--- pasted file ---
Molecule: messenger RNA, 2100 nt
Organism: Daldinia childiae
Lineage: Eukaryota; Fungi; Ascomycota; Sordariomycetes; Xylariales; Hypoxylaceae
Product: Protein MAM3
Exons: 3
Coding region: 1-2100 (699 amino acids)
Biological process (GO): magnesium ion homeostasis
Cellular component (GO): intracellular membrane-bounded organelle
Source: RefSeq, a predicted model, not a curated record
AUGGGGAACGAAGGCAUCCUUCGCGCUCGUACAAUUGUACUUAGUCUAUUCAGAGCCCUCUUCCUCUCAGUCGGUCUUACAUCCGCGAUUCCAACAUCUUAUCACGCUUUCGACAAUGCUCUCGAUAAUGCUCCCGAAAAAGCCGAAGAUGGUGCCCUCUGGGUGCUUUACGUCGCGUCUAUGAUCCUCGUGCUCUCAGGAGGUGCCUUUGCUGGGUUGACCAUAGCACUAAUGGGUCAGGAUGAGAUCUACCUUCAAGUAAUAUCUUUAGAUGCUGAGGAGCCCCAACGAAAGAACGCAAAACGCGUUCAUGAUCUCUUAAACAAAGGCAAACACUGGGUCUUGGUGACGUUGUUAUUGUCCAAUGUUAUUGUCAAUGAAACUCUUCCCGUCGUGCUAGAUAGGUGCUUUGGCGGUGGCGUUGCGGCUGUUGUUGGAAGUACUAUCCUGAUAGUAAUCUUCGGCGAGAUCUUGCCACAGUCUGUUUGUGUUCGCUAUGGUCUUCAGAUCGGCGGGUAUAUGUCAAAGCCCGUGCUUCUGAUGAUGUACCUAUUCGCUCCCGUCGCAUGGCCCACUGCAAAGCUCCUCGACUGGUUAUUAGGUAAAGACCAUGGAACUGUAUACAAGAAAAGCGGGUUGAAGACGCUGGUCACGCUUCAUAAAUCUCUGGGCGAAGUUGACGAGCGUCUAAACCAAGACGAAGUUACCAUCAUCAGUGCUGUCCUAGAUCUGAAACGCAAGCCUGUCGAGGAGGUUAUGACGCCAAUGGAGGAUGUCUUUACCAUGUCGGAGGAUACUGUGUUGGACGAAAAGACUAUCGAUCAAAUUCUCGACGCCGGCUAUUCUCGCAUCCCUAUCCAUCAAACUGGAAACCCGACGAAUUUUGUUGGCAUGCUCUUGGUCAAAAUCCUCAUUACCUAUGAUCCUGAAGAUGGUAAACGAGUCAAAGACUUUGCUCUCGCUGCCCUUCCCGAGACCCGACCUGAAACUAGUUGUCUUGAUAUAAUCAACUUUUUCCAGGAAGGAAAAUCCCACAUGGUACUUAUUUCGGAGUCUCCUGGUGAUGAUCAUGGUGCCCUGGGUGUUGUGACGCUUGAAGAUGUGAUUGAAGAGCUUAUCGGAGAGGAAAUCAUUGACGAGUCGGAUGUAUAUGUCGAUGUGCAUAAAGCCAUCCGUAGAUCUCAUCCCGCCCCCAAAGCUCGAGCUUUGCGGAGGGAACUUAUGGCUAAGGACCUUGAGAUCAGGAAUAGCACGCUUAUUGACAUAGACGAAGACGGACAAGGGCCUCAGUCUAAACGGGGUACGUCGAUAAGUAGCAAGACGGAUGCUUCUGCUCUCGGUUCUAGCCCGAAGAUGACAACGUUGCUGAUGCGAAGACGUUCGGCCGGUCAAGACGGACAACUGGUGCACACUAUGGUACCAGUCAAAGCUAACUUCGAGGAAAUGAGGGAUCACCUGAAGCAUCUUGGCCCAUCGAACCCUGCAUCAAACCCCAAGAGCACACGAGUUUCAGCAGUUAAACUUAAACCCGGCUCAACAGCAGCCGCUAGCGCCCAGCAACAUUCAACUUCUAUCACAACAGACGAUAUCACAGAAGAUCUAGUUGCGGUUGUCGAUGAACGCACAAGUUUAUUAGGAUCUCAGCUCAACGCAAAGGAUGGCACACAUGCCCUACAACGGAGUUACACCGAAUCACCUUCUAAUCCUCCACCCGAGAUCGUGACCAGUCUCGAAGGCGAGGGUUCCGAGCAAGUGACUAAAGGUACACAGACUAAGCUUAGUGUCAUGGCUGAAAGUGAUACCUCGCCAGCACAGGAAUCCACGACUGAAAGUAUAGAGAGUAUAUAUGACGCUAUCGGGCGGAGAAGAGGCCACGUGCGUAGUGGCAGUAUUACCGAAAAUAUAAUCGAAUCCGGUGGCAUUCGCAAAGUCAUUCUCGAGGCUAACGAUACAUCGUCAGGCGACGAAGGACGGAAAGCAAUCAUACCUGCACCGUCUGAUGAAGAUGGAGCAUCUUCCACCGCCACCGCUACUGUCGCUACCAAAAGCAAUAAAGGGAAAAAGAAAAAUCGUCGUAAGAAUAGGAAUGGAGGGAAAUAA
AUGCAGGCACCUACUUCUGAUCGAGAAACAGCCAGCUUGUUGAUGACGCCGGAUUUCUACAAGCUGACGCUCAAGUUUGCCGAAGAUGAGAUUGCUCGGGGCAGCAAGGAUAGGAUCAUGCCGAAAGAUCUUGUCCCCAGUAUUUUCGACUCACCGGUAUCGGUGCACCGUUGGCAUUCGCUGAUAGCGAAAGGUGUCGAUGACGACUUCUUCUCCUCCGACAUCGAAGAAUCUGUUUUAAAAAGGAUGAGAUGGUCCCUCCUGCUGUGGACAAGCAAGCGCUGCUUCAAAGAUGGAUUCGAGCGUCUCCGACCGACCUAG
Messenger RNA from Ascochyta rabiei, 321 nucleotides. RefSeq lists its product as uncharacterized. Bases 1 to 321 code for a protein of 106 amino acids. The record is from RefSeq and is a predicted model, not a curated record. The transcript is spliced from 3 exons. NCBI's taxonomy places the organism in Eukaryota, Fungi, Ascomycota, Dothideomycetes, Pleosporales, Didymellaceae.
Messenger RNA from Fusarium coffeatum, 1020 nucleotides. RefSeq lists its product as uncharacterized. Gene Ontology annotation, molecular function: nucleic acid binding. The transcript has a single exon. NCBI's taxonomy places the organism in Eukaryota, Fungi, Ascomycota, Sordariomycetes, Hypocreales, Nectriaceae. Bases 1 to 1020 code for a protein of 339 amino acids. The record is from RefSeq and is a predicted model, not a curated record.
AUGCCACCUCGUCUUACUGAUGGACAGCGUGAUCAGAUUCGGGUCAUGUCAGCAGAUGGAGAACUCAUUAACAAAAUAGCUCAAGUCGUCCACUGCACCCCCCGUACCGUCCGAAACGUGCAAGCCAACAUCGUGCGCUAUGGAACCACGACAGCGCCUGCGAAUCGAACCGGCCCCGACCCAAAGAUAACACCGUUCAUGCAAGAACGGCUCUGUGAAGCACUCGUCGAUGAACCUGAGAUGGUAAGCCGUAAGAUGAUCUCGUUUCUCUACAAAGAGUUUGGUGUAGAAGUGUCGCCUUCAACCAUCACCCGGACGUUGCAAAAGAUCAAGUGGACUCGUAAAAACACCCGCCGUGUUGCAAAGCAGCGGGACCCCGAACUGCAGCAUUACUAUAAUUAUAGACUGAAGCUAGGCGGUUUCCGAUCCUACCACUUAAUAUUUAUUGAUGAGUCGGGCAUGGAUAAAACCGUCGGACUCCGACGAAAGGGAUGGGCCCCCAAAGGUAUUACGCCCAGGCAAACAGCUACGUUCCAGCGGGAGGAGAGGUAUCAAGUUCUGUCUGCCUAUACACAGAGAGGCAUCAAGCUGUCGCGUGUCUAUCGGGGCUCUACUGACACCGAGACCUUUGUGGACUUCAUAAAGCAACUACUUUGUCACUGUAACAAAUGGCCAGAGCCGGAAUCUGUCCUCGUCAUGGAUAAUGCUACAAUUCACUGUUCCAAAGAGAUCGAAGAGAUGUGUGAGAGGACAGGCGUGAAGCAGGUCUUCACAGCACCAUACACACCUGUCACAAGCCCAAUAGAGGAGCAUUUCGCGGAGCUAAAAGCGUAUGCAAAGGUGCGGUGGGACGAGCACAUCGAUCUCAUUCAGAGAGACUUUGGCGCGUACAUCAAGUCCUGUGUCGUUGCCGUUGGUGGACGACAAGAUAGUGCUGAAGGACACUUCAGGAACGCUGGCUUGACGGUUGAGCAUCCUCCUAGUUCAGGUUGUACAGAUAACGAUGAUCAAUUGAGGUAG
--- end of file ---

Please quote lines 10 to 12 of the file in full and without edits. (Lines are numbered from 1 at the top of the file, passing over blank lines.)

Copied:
AUGGGGAACGAAGGCAUCCUUCGCGCUCGUACAAUUGUACUUAGUCUAUUCAGAGCCCUCUUCCUCUCAGUCGGUCUUACAUCCGCGAUUCCAACAUCUUAUCACGCUUUCGACAAUGCUCUCGAUAAUGCUCCCGAAAAAGCCGAAGAUGGUGCCCUCUGGGUGCUUUACGUCGCGUCUAUGAUCCUCGUGCUCUCAGGAGGUGCCUUUGCUGGGUUGACCAUAGCACUAAUGGGUCAGGAUGAGAUCUACCUUCAAGUAAUAUCUUUAGAUGCUGAGGAGCCCCAACGAAAGAACGCAAAACGCGUUCAUGAUCUCUUAAACAAAGGCAAACACUGGGUCUUGGUGACGUUGUUAUUGUCCAAUGUUAUUGUCAAUGAAACUCUUCCCGUCGUGCUAGAUAGGUGCUUUGGCGGUGGCGUUGCGGCUGUUGUUGGAAGUACUAUCCUGAUAGUAAUCUUCGGCGAGAUCUUGCCACAGUCUGUUUGUGUUCGCUAUGGUCUUCAGAUCGGCGGGUAUAUGUCAAAGCCCGUGCUUCUGAUGAUGUACCUAUUCGCUCCCGUCGCAUGGCCCACUGCAAAGCUCCUCGACUGGUUAUUAGGUAAAGACCAUGGAACUGUAUACAAGAAAAGCGGGUUGAAGACGCUGGUCACGCUUCAUAAAUCUCUGGGCGAAGUUGACGAGCGUCUAAACCAAGACGAAGUUACCAUCAUCAGUGCUGUCCUAGAUCUGAAACGCAAGCCUGUCGAGGAGGUUAUGACGCCAAUGGAGGAUGUCUUUACCAUGUCGGAGGAUACUGUGUUGGACGAAAAGACUAUCGAUCAAAUUCUCGACGCCGGCUAUUCUCGCAUCCCUAUCCAUCAAACUGGAAACCCGACGAAUUUUGUUGGCAUGCUCUUGGUCAAAAUCCUCAUUACCUAUGAUCCUGAAGAUGGUAAACGAGUCAAAGACUUUGCUCUCGCUGCCCUUCCCGAGACCCGACCUGAAACUAGUUGUCUUGAUAUAAUCAACUUUUUCCAGGAAGGAAAAUCCCACAUGGUACUUAUUUCGGAGUCUCCUGGUGAUGAUCAUGGUGCCCUGGGUGUUGUGACGCUUGAAGAUGUGAUUGAAGAGCUUAUCGGAGAGGAAAUCAUUGACGAGUCGGAUGUAUAUGUCGAUGUGCAUAAAGCCAUCCGUAGAUCUCAUCCCGCCCCCAAAGCUCGAGCUUUGCGGAGGGAACUUAUGGCUAAGGACCUUGAGAUCAGGAAUAGCACGCUUAUUGACAUAGACGAAGACGGACAAGGGCCUCAGUCUAAACGGGGUACGUCGAUAAGUAGCAAGACGGAUGCUUCUGCUCUCGGUUCUAGCCCGAAGAUGACAACGUUGCUGAUGCGAAGACGUUCGGCCGGUCAAGACGGACAACUGGUGCACACUAUGGUACCAGUCAAAGCUAACUUCGAGGAAAUGAGGGAUCACCUGAAGCAUCUUGGCCCAUCGAACCCUGCAUCAAACCCCAAGAGCACACGAGUUUCAGCAGUUAAACUUAAACCCGGCUCAACAGCAGCCGCUAGCGCCCAGCAACAUUCAACUUCUAUCACAACAGACGAUAUCACAGAAGAUCUAGUUGCGGUUGUCGAUGAACGCACAAGUUUAUUAGGAUCUCAGCUCAACGCAAAGGAUGGCACACAUGCCCUACAACGGAGUUACACCGAAUCACCUUCUAAUCCUCCACCCGAGAUCGUGACCAGUCUCGAAGGCGAGGGUUCCGAGCAAGUGACUAAAGGUACACAGACUAAGCUUAGUGUCAUGGCUGAAAGUGAUACCUCGCCAGCACAGGAAUCCACGACUGAAAGUAUAGAGAGUAUAUAUGACGCUAUCGGGCGGAGAAGAGGCCACGUGCGUAGUGGCAGUAUUACCGAAAAUAUAAUCGAAUCCGGUGGCAUUCGCAAAGUCAUUCUCGAGGCUAACGAUACAUCGUCAGGCGACGAAGGACGGAAAGCAAUCAUACCUGCACCGUCUGAUGAAGAUGGAGCAUCUUCCACCGCCACCGCUACUGUCGCUACCAAAAGCAAUAAAGGGAAAAAGAAAAAUCGUCGUAAGAAUAGGAAUGGAGGGAAAUAA
AUGCAGGCACCUACUUCUGAUCGAGAAACAGCCAGCUUGUUGAUGACGCCGGAUUUCUACAAGCUGACGCUCAAGUUUGCCGAAGAUGAGAUUGCUCGGGGCAGCAAGGAUAGGAUCAUGCCGAAAGAUCUUGUCCCCAGUAUUUUCGACUCACCGGUAUCGGUGCACCGUUGGCAUUCGCUGAUAGCGAAAGGUGUCGAUGACGACUUCUUCUCCUCCGACAUCGAAGAAUCUGUUUUAAAAAGGAUGAGAUGGUCCCUCCUGCUGUGGACAAGCAAGCGCUGCUUCAAAGAUGGAUUCGAGCGUCUCCGACCGACCUAG
Messenger RNA from Ascochyta rabiei, 321 nucleotides. RefSeq lists its product as uncharacterized. Bases 1 to 321 code for a protein of 106 amino acids. The record is from RefSeq and is a predicted model, not a curated record. The transcript is spliced from 3 exons. NCBI's taxonomy places the organism in Eukaryota, Fungi, Ascomycota, Dothideomycetes, Pleosporales, Didymellaceae.